Search Results: Inside Story

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  • MEDIA

    Battered broadcaster's Bolt delusion

    • Jeff Sparrow
    • 27 January 2016
    13 Comments

    Josh Bornstein compared the ABC to the victim in an abusive relationship, desperately trying to ward off the next blow by anticipating the criticism of its enemies. Certainly, enlisting Andrew Bolt to participate in a documentary on Indigenous constitutional recognition seems like a pre-emptive defensive move against the accusations of bias that are routinely levelled against the national broadcaster. For Bolt the arrangement is win-win; for the ABC it's yet another example of self-sabotage.

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  • MEDIA

    My mother's last Christmas

    • Catherine Marshall
    • 18 December 2015
    4 Comments

    On her last Christmas, my mother produced a Christmas dinner for 14 people on an ancient anthracite stove in the kitchen of the farmhouse I'd recently moved to. Nothing could distract her from the preparation of this Christmas lunch on a stove that was built last century - except for the pain that had been growing for some months just beneath her ribs. As she stirred the stock and pressed cloves into the ham I saw a wave of discomfort wash over her. It was uncharacteristic and unnerving.

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  • ARTS AND CULTURE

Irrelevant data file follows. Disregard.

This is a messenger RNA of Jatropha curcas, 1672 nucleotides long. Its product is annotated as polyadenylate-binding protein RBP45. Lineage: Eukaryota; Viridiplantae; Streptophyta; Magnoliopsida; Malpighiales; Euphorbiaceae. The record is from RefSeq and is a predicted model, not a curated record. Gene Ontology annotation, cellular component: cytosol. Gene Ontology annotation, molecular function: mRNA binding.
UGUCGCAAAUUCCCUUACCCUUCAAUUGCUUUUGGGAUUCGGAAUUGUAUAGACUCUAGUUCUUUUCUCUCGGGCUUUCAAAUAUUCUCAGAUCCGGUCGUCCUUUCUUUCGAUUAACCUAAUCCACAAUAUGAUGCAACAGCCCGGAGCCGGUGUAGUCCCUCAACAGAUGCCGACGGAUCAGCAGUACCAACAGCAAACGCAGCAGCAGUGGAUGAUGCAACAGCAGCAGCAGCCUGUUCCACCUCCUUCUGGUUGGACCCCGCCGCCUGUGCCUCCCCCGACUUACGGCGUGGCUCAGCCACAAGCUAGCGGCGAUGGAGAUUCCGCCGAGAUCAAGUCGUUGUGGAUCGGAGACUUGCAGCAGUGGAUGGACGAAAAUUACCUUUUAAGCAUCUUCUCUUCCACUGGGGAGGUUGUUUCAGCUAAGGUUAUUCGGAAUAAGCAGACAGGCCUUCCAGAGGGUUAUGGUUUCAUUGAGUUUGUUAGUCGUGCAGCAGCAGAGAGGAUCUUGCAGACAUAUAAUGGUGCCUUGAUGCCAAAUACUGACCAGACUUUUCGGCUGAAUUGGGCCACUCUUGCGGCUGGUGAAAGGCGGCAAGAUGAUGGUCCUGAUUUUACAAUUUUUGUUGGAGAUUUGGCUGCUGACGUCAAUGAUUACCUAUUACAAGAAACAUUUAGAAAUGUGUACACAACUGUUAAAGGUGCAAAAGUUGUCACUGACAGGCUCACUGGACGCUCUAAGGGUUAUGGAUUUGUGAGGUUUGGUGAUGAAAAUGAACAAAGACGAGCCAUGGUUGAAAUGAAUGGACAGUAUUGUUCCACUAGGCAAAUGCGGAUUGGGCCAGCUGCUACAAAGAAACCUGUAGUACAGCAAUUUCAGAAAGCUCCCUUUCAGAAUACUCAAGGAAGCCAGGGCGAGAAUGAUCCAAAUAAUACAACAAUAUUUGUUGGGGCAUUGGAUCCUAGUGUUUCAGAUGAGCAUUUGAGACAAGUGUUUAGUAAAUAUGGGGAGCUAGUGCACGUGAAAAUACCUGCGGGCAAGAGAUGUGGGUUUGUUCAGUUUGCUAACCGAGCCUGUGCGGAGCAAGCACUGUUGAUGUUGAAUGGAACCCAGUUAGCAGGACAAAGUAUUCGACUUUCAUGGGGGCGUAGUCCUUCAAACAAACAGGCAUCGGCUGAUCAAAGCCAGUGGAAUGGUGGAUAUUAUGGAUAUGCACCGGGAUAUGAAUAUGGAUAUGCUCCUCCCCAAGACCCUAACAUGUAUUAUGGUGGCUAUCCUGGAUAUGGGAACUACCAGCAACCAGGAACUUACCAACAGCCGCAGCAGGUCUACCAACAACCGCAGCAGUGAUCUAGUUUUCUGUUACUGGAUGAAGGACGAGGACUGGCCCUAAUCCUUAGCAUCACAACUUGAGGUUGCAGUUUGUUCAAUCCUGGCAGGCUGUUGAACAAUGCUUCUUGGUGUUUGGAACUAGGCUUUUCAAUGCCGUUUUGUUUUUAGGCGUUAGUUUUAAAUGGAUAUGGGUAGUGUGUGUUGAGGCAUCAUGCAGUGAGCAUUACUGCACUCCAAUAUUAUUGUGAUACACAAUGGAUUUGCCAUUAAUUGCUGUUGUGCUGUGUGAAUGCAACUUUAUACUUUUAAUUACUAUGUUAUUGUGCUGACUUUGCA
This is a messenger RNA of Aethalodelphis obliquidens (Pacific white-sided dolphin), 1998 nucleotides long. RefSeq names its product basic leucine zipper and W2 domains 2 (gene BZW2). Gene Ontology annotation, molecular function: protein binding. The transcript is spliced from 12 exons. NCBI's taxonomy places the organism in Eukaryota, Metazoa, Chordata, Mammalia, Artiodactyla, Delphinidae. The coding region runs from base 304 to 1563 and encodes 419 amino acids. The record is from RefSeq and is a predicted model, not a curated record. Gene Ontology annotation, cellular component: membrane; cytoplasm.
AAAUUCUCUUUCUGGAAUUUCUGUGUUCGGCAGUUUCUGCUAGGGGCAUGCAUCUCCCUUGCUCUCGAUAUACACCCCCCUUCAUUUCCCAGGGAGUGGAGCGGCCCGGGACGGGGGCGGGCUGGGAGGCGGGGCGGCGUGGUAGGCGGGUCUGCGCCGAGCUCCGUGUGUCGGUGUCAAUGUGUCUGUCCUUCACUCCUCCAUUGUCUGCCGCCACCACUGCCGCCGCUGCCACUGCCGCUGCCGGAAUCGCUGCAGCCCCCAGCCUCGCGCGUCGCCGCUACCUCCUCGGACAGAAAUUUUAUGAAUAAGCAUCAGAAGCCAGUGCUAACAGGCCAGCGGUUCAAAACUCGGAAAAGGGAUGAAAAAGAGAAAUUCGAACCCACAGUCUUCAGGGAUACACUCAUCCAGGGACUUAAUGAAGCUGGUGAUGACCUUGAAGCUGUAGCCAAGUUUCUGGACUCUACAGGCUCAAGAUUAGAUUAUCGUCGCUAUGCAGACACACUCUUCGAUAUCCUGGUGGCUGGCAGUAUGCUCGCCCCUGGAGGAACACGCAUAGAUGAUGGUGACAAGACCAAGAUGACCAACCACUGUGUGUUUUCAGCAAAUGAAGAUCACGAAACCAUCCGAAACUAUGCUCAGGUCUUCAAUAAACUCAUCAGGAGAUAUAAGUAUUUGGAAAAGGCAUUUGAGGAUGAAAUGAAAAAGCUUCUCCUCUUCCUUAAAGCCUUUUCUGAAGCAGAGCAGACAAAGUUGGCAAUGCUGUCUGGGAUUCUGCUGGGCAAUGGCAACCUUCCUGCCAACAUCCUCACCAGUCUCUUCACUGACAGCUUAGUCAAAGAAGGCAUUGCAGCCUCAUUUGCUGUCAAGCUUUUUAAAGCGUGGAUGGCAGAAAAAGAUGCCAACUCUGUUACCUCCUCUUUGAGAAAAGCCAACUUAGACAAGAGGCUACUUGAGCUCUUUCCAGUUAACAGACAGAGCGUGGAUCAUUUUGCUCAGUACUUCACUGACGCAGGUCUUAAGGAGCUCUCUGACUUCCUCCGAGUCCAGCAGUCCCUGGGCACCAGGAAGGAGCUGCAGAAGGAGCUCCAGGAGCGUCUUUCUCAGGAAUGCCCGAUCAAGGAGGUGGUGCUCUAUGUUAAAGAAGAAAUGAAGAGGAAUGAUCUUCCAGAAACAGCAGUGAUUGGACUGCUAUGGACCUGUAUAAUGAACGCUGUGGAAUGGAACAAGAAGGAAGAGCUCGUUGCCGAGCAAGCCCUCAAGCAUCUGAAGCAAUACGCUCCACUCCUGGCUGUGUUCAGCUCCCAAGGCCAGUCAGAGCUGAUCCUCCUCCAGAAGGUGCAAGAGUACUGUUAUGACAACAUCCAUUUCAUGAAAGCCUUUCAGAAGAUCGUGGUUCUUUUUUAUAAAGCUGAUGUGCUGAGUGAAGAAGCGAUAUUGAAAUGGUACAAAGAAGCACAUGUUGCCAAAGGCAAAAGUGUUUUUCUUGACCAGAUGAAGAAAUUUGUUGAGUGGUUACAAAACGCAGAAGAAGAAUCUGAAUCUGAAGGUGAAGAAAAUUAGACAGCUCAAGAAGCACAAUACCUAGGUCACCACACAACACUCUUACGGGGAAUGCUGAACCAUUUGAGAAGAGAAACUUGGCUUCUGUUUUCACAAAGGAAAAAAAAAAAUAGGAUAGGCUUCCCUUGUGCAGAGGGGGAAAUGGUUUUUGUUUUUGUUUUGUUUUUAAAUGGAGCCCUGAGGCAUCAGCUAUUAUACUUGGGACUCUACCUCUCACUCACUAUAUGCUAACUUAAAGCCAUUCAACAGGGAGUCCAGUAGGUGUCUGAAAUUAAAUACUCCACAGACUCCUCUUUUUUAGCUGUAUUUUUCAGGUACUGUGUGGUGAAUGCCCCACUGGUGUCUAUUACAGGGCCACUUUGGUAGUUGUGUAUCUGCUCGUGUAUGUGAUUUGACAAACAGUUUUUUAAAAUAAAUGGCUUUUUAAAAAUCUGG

Ten films that got us thinking in 2015

    • Tim Kroenert
    • 17 December 2015
    2 Comments

    From the drama-filled mind of a pre-teen girl to the homes of former Indonesian death-squad members; from a day in the life of a transgender sex-worker to a grim and sublime new rendition of one of Shakespeare's most famous plays; from one actor's immense ego to another's fading relevance to an allegedly doomed writer's captivating self-effacement, Eureka Street's resident film buff Tim Kroenert revisits the characters and themes of some of the best and most conversation-worthy films of 2015.

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  • RELIGION

    'Equal laws and equal rights ... dealt out to the whole community'. How close 161 years on?

    • Frank Brennan
    • 04 December 2015
    1 Comment

    'Tonight, gathered here in the Southern Cross Club in the national capital, gathered as Eureka's children. We affirm that there is room for everyone under the Southern Cross. I hope you will return to Canberra carrying the Southern Cross flag when we proclaim the Australia Republic on 1 January 2020 which will be two elections after Australia last had a monarchist leader of a major political party. Tony Abbott is the last of his type. Whether the prime minister honoured to witness the proclamation is Malcolm Turnbull, Bill Shorten or another matters not.' Annual Dinner for Eureka's Children, Southern Cross Club, Canberra, 3 December 2015.